As far as I experienced, research is the most important factor for promotion, as it represents different features of an academician/scholar, which are needed by higher education institutions: teaching at graduate level, supervising academic projects of graduate students, attracting research fund, fame for the university, etc.

Publications is normally the main measure for research of a professor. Thus, one expects to see a proportional relationship between publications (both quality and quantity) and academic rank.

People can be promoted with less publications, probably because of other activities. But, I wonder why there are some academicians whose rank is far behind their publications. For example, I have seen people with 50 papers but are still assistant professor, or over 100 papers but still associate professor. I am referring to the US universities.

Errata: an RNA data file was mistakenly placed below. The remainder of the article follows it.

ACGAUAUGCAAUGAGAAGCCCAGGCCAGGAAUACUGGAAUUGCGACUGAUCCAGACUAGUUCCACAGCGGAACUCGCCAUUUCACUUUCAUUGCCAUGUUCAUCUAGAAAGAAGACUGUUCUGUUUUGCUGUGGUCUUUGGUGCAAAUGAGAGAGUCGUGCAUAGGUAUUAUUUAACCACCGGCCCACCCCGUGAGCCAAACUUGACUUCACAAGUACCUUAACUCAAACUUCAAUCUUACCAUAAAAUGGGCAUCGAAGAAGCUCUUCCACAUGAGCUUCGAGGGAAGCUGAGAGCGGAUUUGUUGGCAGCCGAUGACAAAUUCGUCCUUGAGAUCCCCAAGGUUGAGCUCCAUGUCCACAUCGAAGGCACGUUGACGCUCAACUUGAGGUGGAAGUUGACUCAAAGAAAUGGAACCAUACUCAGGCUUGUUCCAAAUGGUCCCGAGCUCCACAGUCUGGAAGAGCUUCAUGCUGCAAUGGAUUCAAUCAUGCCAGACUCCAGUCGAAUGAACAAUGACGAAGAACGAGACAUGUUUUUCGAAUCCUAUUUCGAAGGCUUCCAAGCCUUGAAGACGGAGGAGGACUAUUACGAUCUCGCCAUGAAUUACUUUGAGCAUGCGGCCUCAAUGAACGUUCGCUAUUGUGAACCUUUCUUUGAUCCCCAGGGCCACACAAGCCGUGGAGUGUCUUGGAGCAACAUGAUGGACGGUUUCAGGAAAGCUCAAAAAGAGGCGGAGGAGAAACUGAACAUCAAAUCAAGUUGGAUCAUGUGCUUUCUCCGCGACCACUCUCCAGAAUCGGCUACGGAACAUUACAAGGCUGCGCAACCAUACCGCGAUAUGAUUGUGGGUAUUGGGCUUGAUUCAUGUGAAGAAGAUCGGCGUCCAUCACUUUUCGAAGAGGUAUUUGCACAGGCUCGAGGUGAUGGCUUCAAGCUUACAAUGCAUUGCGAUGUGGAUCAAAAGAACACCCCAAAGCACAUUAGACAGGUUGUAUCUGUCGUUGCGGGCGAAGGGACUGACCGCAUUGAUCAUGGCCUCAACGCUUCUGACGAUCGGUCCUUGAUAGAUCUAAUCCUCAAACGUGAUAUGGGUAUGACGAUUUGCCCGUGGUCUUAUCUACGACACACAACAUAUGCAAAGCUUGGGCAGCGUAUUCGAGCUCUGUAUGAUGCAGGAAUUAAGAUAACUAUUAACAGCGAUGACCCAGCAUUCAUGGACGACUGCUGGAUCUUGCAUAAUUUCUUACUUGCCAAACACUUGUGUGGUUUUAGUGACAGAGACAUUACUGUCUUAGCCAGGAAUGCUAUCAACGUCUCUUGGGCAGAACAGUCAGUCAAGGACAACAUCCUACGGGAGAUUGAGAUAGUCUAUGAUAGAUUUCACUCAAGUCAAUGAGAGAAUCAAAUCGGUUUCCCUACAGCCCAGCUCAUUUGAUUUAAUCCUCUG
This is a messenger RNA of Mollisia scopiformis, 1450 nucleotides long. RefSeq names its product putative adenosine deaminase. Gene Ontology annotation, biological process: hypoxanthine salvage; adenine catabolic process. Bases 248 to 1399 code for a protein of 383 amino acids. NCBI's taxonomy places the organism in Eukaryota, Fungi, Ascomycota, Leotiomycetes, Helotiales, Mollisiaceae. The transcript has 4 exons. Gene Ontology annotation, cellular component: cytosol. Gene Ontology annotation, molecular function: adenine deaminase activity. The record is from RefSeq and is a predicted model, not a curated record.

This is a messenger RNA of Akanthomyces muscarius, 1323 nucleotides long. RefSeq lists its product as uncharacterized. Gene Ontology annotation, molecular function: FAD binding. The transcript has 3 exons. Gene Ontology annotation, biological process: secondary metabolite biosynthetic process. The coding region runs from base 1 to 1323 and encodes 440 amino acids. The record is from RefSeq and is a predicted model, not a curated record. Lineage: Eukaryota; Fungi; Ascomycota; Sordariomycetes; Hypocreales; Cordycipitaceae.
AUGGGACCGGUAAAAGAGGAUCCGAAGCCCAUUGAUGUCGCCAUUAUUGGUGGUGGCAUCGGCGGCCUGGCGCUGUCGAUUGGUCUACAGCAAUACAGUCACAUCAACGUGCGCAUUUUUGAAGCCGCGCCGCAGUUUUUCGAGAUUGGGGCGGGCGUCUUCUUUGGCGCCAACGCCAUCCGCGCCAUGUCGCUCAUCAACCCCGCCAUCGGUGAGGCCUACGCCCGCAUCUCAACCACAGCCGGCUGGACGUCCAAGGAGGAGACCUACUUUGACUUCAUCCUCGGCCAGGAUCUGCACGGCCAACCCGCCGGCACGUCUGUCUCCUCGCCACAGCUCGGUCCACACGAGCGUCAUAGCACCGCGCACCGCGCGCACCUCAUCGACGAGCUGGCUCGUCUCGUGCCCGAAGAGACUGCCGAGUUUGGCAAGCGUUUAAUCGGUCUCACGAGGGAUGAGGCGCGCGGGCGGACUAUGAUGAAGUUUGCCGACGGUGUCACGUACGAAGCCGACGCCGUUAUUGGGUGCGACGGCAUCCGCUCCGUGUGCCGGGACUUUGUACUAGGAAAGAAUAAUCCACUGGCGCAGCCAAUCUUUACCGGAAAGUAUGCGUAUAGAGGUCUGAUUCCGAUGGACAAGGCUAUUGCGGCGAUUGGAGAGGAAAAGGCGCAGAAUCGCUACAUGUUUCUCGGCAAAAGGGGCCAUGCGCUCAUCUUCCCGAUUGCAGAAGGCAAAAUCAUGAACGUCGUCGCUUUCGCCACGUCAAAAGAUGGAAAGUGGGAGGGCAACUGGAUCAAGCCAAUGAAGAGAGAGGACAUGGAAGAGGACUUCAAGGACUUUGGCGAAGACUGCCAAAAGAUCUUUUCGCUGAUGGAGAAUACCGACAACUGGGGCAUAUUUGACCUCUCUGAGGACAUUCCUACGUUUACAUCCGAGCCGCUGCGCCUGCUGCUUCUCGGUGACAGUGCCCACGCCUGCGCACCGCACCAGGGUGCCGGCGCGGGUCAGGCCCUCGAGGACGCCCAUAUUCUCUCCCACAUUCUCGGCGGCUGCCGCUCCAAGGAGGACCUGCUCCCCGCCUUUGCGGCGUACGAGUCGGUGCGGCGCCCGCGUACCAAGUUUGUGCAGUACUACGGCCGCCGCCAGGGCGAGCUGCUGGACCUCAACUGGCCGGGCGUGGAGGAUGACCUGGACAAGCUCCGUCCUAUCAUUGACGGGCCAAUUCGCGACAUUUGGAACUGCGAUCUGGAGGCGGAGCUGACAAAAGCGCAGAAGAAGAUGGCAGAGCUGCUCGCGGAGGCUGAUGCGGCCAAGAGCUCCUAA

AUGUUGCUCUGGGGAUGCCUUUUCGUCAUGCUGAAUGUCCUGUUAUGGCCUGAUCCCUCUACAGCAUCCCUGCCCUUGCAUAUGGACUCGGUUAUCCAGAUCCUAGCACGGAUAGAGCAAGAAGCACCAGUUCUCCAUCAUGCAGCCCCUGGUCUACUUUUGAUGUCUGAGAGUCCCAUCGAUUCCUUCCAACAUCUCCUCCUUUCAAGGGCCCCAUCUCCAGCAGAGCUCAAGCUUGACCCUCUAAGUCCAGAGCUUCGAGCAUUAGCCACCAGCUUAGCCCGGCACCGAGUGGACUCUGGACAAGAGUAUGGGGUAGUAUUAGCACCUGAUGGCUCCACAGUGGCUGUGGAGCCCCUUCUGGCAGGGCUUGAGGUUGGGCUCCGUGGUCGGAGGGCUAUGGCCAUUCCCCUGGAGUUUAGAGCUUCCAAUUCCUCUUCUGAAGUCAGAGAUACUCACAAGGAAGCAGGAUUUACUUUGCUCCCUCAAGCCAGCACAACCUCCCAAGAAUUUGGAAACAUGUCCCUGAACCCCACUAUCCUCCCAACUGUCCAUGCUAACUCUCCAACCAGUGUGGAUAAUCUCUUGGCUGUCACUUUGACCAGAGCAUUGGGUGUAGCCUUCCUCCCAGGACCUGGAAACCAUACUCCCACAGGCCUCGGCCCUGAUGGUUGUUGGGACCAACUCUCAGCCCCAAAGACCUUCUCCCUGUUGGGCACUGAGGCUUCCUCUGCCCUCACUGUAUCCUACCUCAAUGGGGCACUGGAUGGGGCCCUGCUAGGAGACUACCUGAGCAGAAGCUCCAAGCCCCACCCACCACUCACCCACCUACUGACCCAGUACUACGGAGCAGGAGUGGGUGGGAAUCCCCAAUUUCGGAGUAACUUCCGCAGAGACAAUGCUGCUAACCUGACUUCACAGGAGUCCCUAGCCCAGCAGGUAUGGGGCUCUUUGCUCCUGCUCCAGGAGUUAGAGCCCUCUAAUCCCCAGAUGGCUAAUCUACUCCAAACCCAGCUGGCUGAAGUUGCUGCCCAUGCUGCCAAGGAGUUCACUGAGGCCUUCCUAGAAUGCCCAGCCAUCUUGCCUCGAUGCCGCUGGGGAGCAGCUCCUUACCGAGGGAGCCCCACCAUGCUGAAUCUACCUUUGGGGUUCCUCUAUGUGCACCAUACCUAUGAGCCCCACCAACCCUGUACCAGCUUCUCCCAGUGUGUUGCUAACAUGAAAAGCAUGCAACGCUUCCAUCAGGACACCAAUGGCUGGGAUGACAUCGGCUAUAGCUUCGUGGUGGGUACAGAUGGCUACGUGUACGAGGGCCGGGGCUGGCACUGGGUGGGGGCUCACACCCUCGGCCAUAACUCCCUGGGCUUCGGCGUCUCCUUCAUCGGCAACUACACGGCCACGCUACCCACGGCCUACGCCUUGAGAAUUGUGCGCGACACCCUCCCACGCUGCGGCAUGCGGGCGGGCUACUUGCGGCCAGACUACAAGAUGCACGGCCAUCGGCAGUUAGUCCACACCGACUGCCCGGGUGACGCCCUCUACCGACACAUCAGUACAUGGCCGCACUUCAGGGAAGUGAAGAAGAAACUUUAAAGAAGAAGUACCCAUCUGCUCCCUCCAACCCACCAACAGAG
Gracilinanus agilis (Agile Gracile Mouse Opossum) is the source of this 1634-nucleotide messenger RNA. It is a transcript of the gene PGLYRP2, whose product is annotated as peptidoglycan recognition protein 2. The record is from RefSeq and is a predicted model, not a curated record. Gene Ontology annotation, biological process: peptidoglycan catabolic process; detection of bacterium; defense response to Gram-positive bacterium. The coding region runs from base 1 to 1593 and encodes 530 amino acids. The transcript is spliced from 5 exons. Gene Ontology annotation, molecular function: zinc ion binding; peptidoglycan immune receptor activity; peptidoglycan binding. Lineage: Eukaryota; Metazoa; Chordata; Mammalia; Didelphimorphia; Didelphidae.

What keeps an assistant/associate professor with a strong publication record from appropriate promotion?

  • Some people don't want the extra responsibility that comes with the title.
    – StrongBad
    Commented Sep 17, 2013 at 12:04
  • 1
    Attempts to easily quantify contribution to advancement of human understanding are usually grotesquely hilarious. Paper counts? Quite a few people write lots of papers and contribute nothing, or, perhaps, a negative. Mercifully, we do not make them give back salaries. Commented Aug 3, 2018 at 0:17

4 Answers 4


Remember, a promotion/tenure review package is just that: a package. While you are correct that a record of strong publications is the driving factor, there are still a number of items in the package that could lead to a tenure/promotion denial: